Static website hosting in 2019

TL;DR: use Gitlab+Netlify. With the push for back to static, I found myself looking for static hosting again. And with some specific requirements:

  • DNS on Cloudflare
  • SSL support for 4th level subdomains ( Which means SSL termination can’t happen on Cloudflare - their free plan only allows to proxy 3rd level subdomains, and business one is too expensive
  • Not necessarily free, but unexpensive, at least.

And here’s what I came up with:

  1. First idea: AWS S3. Looks good at first site, but the problem is that it doesn’t support SSL without Cloudfront. So you have to create a CF distribution for each site, then invalidate it each time it’s updated… too complicated for a simple static website.
  2. Second: Github pages. Very good, except that it doesn’t allow to publish sites from private repos, unless you pay for your account. Pass.
  3. Gitlab pages, on the other hand, do allow that. Sadly, they have no automatic SSL renewal, they actually recommend to “When you finish setting up, just put in your calendar to remember to renew the certificate in time“. Seems ridiculous for a service that is all about DevOps and IaC.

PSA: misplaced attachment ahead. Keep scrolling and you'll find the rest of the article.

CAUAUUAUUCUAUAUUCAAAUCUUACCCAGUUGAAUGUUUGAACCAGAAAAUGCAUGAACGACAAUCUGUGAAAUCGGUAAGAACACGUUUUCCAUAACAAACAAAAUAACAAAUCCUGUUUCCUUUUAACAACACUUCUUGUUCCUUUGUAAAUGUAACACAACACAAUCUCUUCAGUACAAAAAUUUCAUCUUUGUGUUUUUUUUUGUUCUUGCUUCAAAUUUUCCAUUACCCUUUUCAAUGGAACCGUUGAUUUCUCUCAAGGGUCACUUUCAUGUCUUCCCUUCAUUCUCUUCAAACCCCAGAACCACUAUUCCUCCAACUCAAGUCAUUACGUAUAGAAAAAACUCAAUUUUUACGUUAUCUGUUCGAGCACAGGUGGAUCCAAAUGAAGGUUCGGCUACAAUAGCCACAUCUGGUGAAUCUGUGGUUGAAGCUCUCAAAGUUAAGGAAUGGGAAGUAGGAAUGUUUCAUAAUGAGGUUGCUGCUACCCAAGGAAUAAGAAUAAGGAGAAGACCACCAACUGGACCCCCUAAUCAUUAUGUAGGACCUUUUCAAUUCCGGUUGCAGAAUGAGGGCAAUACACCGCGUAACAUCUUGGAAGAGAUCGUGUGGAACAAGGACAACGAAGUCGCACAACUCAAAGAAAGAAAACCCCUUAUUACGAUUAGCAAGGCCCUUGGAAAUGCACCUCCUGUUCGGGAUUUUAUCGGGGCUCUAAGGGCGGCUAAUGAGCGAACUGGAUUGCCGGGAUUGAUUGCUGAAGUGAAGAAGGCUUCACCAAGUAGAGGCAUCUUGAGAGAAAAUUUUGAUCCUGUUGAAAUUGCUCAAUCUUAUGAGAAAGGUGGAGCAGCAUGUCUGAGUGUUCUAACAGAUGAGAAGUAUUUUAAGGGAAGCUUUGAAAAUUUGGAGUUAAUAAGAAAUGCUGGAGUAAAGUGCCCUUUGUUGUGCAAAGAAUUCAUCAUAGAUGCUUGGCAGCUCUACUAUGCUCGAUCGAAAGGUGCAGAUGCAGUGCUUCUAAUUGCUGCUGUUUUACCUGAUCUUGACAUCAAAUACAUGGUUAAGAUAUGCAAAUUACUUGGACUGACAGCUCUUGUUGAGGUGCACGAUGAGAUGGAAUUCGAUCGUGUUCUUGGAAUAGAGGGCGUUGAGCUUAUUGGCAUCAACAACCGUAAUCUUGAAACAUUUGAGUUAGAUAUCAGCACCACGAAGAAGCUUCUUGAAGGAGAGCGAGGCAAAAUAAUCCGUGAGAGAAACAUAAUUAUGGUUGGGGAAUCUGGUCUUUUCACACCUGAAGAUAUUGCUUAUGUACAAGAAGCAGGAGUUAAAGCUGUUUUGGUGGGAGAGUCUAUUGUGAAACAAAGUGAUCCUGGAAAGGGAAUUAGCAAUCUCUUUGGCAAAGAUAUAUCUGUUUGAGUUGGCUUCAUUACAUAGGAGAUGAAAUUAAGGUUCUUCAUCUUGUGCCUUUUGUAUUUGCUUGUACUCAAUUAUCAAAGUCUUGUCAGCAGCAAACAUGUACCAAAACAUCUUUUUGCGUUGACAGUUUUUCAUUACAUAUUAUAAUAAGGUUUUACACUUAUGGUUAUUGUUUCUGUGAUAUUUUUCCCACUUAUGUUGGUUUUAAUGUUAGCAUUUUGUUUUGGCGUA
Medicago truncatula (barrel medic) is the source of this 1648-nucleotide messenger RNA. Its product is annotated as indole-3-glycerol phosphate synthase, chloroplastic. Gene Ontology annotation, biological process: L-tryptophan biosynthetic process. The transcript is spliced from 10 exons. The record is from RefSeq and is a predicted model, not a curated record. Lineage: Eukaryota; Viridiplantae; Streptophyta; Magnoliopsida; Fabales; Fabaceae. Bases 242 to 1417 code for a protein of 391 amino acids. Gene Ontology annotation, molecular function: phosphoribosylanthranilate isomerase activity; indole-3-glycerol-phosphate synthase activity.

4. And finally I found the holy grail: Netlify. It has everything that’s on the list, plus automatic Jekyll (and other site generators) support. And their own CDN. So all you have to do to deploy is push to website repo.

So for now, Netlify is my static hosting platform of choice. Still, there are some gotchas and things where it can be improved:

  1. It’s a lot of clicking to create a website: create, pick repo, receive Netlify’s default subdomain, add a CNAME to DNS, enable SSL in settings, add redirect from default subdomain to the main domain in netlify.toml. All this is manual. That is fine while you have one or two sites, but when it’s a dozen, you really need to employ infrastructure as code. An Ansible role where you could just specify a list of domains and corresponding repos to have them all created automatically would be perfect.
  2. Netlify gets full access to your Gitlab (Github, etc) account. In some cases, that might be acceptable. In others, you might want to create a dedicated account for it instead and grant access only to the website repos.
  3. Make no mistake - if you’re not paying for the product, you are the product. (Which is why S3 was my first go-to option: I’d rather pay a little, than nothing at all. Alas, S3 just didn’t cut it.)

Update: the result is before your eyes. This blog is now hosted on Netlify.